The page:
Spending months on the capture of his target, Dan Kusz’s image of Sh2-129 and Ou4 — the Flying Bat and Squid Nebulae — is our winner of the Photo of the Week contest on September 4, 2020.
Though the competition was fierce this week, Kusz’s talented capture from Vernon, British Columbia, caught the judges’ eyes — “best version of this amazing object I’ve ever seen; a very difficult target and he’s put lots of hours on it,” one judge noted.
Sh2-129 is a relatively faint emission nebula in Cepheus, a neighbour of the larger and more often imaged IC 1396.
“Sometimes referred to as the ‘Flying Bat’ nebula, this region is characterized by Ha emission as well as a small, mixed emission and reflection nebula (vdB 140), seen in the lower portion of the field, just to the left of centre,” Kusz wrote in an email. “What is most remarkable about this region is a recent discovery made in 2011 by Nicolas Outters, called the ‘Squid Nebula’ due to its shape, but more officially called Ou4. This region is characterized by a very faint OIII emission that has a bipolar shape reminiscent of a planetary nebula. Although it was originally thought to perhaps represent a planetary nebula derived from an unknown, dying star, more recent evidence suggests that Ou4 is located within Sh2-129 itself and is a bipolar outflow emitting in the OIII spectrum, moving at the same rate as Sh2-129, and possibly emanating from a triple star system located in the centre of Ou4 (HR8119, visible above as the bright star in the centre of the Squid).”
Kusz said this image was a project almost four months in the making. He said he spent more than 60 hours over the course of 24 short late spring and summer nights capturing subs for the image of this “most challenging target.”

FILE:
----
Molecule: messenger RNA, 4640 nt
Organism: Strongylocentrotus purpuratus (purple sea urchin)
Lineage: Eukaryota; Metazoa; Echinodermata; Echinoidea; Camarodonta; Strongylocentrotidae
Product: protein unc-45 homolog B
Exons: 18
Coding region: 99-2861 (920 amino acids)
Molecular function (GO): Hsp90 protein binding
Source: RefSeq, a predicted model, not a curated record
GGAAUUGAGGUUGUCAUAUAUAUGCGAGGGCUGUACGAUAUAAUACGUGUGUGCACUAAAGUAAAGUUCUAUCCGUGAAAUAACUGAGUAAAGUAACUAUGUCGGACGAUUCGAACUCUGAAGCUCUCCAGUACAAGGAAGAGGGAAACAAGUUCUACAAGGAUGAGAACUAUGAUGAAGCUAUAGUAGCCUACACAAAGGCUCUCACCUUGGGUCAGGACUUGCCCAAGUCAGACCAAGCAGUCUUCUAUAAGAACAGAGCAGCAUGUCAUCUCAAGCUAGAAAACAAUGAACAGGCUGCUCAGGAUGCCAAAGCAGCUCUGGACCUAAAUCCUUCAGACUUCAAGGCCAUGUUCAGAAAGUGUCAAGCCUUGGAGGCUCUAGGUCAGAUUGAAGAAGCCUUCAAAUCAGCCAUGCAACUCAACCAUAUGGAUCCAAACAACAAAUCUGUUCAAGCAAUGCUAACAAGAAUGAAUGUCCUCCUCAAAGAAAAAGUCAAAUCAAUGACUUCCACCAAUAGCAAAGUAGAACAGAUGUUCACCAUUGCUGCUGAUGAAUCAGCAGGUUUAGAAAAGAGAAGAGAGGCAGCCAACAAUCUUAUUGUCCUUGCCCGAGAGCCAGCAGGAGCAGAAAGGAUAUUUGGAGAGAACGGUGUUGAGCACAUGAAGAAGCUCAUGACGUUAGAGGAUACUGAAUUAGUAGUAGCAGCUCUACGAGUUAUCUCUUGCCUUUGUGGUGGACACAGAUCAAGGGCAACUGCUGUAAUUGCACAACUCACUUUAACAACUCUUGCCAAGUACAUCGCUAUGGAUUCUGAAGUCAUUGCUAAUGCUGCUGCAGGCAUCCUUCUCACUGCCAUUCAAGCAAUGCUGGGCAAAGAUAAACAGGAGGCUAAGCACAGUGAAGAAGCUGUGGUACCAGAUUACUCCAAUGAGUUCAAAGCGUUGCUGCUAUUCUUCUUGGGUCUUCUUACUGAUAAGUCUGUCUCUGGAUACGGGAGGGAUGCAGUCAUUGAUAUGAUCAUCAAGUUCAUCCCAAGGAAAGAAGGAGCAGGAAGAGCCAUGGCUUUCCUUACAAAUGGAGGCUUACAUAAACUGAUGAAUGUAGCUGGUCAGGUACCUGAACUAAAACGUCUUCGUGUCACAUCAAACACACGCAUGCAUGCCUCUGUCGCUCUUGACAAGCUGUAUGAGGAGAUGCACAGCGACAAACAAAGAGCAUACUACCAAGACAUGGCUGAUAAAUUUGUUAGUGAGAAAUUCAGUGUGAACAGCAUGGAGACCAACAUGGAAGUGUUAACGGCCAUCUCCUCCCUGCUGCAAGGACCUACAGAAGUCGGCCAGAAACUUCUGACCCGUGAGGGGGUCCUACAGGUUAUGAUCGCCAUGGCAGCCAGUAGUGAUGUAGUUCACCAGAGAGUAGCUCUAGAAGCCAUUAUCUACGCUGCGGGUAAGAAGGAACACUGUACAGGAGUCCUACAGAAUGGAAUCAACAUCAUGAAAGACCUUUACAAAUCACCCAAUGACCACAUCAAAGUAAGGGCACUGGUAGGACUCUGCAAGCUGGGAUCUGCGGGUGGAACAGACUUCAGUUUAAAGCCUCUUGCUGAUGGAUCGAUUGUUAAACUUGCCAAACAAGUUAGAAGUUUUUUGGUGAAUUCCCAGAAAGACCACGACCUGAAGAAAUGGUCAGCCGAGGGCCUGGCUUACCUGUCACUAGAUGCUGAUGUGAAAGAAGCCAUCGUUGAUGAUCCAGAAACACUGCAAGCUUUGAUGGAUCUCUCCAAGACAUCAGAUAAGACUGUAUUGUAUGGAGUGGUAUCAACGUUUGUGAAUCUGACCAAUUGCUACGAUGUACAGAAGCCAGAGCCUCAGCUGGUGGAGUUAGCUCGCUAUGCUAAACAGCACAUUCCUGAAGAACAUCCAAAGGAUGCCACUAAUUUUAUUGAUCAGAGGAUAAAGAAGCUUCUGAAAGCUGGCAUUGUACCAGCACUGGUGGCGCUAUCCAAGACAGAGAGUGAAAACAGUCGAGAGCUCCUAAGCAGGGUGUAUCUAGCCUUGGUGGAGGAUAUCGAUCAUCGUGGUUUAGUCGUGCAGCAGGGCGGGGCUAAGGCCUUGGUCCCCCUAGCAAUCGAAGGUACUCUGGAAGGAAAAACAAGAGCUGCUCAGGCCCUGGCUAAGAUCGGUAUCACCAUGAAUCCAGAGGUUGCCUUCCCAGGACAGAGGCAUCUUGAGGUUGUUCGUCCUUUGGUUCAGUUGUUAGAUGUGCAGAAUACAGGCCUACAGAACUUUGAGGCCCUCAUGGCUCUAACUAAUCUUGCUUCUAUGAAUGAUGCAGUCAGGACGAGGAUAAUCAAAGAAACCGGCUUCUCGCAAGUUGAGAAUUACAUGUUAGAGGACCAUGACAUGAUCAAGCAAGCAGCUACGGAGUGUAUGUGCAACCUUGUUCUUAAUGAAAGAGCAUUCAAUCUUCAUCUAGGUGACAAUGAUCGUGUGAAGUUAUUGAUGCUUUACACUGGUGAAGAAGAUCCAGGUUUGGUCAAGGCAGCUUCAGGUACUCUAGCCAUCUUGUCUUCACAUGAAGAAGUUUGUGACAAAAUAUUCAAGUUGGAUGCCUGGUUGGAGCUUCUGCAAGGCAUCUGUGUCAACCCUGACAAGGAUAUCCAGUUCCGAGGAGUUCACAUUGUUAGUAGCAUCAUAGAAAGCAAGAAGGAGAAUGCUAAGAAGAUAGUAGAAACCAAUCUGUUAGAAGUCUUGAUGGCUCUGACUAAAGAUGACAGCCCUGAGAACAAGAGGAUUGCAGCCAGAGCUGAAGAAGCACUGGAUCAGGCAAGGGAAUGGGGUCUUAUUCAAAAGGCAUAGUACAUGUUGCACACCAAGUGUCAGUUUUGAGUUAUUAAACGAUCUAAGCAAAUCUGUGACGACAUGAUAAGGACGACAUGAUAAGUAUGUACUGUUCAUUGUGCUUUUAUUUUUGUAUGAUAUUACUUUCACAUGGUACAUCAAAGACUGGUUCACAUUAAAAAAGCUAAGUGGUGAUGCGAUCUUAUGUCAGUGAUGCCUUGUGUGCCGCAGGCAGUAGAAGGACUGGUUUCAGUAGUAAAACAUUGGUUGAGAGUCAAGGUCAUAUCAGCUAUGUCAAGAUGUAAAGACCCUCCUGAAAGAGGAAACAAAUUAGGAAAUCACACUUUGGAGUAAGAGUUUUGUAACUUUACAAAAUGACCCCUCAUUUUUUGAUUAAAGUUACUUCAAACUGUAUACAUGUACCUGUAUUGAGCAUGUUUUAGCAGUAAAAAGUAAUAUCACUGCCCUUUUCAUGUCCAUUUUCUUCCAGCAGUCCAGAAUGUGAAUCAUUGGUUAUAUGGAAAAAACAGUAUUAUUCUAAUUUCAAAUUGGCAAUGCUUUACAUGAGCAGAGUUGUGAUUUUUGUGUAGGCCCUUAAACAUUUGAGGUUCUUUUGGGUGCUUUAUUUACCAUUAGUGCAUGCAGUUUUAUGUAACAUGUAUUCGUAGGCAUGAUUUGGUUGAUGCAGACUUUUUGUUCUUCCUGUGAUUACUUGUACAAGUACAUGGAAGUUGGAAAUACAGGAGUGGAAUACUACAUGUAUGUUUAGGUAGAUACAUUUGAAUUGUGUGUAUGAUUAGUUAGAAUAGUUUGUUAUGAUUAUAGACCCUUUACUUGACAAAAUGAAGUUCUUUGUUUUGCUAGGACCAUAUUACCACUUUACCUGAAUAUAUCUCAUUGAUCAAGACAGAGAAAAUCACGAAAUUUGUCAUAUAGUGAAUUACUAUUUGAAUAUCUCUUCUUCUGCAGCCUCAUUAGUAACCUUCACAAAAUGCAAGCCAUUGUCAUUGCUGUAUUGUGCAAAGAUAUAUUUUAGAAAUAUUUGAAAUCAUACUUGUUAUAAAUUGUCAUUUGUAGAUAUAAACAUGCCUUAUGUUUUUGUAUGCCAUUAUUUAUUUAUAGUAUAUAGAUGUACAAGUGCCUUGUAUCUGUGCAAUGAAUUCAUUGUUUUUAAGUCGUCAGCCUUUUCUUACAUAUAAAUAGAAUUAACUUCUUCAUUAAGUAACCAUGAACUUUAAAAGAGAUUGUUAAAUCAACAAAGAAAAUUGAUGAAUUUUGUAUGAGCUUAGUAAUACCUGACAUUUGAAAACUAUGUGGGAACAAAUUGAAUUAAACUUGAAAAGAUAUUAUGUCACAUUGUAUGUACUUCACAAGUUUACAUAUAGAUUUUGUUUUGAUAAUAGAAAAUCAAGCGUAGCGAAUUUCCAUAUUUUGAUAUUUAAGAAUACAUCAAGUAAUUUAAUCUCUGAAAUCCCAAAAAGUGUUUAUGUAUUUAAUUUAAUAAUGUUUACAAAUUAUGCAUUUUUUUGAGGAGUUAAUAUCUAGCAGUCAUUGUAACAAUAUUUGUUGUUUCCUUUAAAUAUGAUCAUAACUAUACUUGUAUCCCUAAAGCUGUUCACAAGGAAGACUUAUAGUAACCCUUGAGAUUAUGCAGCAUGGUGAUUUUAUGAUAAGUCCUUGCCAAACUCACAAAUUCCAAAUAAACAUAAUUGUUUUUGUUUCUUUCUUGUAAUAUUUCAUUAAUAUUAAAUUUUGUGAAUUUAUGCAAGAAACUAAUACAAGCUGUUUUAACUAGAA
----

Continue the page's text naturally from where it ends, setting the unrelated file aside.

“Starting May 8, then every clear night until August 19, after discarding several hours (over 11 hours) of substandard frames, I ended up with just over 53 hours of usable data,” he wrote. “Ever since I saw a picture of the object I wanted to capture it myself, but I had no idea the frustration that would ensue! I worked for hours/days on putting the final image together to something I was proud of.
He noted that he has seen so gorgeous renditions of this object, and he wanted to “give it justice, as well.”
“I went with a more natural approach to the final version,” he wrote. “Ou4 is an extremely faint ‘nebula.’ I wanted to make sure that it was visible in the final version, but also maintain the appearance of being very faint and natural looking. I did not want to ‘over cook’ Ou4.”
The oxygen portion of the image was taken with 37 hours of total integration time.
“It was still very difficult to isolate OU4 from the background even with that amount of time,” Kusz wrote. “I went through countless iterations of workflow to bring it out and make it look authentic. I have done some minor star reduction, but Cepheus is a very dense star field so I wanted to keep them there, just not distracting, to keep the natural feel of the image.”
Using a Sky-Watcher Esprit 80 400mm (f/5) and a ZWO ASI1600MM Pro, Kusz said his acquisition elements (for a total of 53.3 hours) were:
- R 72 x 15 seconds
- G 111 x 15 seconds
- B 120 x 15 seconds
- Ha 90 x 600 seconds
- OIII 111 x 1,200 Seconds
Our honourable mention this week goes to Siv Heang Tav for her image of the Perseid Meteor Shower from Gap Lake, Alberta.
Shooting August 13, 2020, Tav said she chased the Perseid Meteor Shower across Alberta, looking for the clear sky. She said August 13 beat the other two nights she was out capturing the shower.
“Spent 1,300 kilometres just for this big show,” she wrote, noting she the image consists of 30 10-second frames, stacked in Photoshop and edited in Lightroom. She also said she used a Nikon D500 Sigma Art 20mm at 30mm, set at ISO 4000 and f/2.
Prizes for the 2020-21 SkyNews Photo of the Week contest are sponsored by Sky-Watcher, Celestron, iOptron and The Royal Astronomical Society of Canada. Click here for more details on the prize packages that will be awarded to the best photos this year.